Et tu, Enum?

Hidden Memory Allocations

I’ve worked hard to keep memory allocations out of the main loop of the game I’m working on. All the game entities, the components, the event and messaging systems, all those data structures get recycled. The pooling system in LibGDX has been a big help, but there’s still a lot of bookkeeping logic to cover to make it work correctly.

So today I finally got a chance to see how well I’d done by running the code on an actual device with DDMS watching allocations. I started tracking allocations, played through, and this is what I got:
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In which I set up Android Build Tools to run on a 64-bit System without Multiarch

The problem

I was creating a build server for an Android project on a remote web host run by Webfaction, but I was running into a problem when running the ant scripts. I had installed the Android SDK in my home directory according to these instructions, but running ant clean debug threw this error:

I checked, and /home/stevehb/bin/android-sdk-linux/build-tools/20.0.0/aapt existed. I couldn’t see a reason that ant couldn’t find it, so I eventually tried to run it myself.
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Installing the Android SDK on a Headless Server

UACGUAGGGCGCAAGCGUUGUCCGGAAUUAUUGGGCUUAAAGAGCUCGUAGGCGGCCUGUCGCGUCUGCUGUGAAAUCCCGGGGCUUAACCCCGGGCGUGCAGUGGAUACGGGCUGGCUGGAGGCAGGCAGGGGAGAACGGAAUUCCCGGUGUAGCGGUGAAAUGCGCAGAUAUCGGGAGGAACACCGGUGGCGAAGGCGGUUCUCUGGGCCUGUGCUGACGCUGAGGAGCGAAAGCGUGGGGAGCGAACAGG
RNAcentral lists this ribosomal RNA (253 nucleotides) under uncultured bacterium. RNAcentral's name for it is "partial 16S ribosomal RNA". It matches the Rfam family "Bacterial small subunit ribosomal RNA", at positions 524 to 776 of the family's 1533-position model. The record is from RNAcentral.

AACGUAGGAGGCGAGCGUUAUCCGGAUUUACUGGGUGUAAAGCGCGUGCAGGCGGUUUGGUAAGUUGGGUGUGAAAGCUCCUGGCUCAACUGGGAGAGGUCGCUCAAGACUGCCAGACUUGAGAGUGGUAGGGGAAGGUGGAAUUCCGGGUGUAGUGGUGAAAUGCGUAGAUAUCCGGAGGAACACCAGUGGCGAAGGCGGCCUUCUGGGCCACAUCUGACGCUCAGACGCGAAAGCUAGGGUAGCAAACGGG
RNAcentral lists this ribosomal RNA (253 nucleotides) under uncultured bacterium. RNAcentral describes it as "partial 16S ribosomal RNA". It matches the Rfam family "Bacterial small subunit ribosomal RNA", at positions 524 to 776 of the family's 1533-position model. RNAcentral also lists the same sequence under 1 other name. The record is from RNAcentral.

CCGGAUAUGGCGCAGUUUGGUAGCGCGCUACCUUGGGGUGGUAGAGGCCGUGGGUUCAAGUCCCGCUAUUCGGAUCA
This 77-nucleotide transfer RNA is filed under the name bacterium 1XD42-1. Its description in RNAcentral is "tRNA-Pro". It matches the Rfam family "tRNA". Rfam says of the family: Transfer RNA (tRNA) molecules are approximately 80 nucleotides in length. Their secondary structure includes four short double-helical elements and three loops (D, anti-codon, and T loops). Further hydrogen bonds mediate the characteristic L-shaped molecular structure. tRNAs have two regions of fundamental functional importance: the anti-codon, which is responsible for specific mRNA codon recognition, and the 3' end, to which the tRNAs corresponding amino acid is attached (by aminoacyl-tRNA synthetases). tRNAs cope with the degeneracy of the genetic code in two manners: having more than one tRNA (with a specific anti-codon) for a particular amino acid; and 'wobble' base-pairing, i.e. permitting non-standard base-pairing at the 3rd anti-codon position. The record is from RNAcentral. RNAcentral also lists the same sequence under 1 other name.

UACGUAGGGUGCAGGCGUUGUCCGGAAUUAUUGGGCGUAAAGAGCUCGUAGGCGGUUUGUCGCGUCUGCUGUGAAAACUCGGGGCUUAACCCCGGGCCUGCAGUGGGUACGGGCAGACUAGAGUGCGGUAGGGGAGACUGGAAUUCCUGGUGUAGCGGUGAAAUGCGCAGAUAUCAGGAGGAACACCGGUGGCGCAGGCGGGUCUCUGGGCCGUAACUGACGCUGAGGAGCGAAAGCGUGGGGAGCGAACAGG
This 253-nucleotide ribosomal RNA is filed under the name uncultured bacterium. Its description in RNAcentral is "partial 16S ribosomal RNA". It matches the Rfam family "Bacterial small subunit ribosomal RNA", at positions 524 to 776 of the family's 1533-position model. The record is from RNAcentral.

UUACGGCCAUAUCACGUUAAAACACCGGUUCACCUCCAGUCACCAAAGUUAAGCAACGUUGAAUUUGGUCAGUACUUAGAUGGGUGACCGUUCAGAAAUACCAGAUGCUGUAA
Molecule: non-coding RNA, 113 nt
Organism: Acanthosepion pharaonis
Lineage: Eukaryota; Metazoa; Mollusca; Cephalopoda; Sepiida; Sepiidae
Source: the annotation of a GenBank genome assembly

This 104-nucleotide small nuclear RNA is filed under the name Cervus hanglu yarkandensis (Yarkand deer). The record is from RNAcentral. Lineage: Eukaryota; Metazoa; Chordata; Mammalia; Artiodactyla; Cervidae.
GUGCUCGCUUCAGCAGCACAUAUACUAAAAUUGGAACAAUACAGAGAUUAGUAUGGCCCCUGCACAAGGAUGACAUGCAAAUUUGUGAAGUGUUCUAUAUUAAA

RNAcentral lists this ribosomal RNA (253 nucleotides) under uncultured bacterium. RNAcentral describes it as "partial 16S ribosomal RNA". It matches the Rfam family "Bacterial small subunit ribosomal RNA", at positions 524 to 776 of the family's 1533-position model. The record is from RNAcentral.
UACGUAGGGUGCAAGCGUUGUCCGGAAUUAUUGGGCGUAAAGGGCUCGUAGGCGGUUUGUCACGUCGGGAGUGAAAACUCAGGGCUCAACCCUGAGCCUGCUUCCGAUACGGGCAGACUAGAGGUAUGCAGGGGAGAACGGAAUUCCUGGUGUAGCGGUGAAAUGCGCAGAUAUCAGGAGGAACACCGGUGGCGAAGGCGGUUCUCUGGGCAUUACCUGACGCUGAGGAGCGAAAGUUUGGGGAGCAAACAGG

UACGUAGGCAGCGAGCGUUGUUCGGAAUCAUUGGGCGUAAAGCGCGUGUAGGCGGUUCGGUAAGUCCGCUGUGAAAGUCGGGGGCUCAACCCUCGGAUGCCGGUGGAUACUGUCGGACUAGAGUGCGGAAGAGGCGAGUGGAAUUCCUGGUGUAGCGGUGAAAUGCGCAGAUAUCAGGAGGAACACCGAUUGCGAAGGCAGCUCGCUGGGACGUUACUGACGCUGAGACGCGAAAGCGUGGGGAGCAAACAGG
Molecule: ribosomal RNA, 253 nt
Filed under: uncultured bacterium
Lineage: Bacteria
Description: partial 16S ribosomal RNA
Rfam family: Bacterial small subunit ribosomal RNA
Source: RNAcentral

If you want to set up a remote build machine for an Android project, one of the first obstacles you’ll encounter is how to install the SDK from the command line. Both the SDK installer and AVD Manager are designed to be run graphically. Fortunately, there are some options for command line setups.

First thing you’ll need to do is download the SDK tools. You probably just need the SDK Tools tgz file for a linux install. You do not need the ADT Eclipse plugin, nor the ADT bundle. Those all need a GUI.

Then, after unpacking that file, you’ll need to set up the environment variables and install the actual platform SDKs. There are SDKs for the different APIs you can target (ie, API 15, API 19, etc), so you’ll need to know what you’re aiming at. Google has some old information about how to install those SDKs on a headless machine, but here are all the steps themselves, as well as some caveats.
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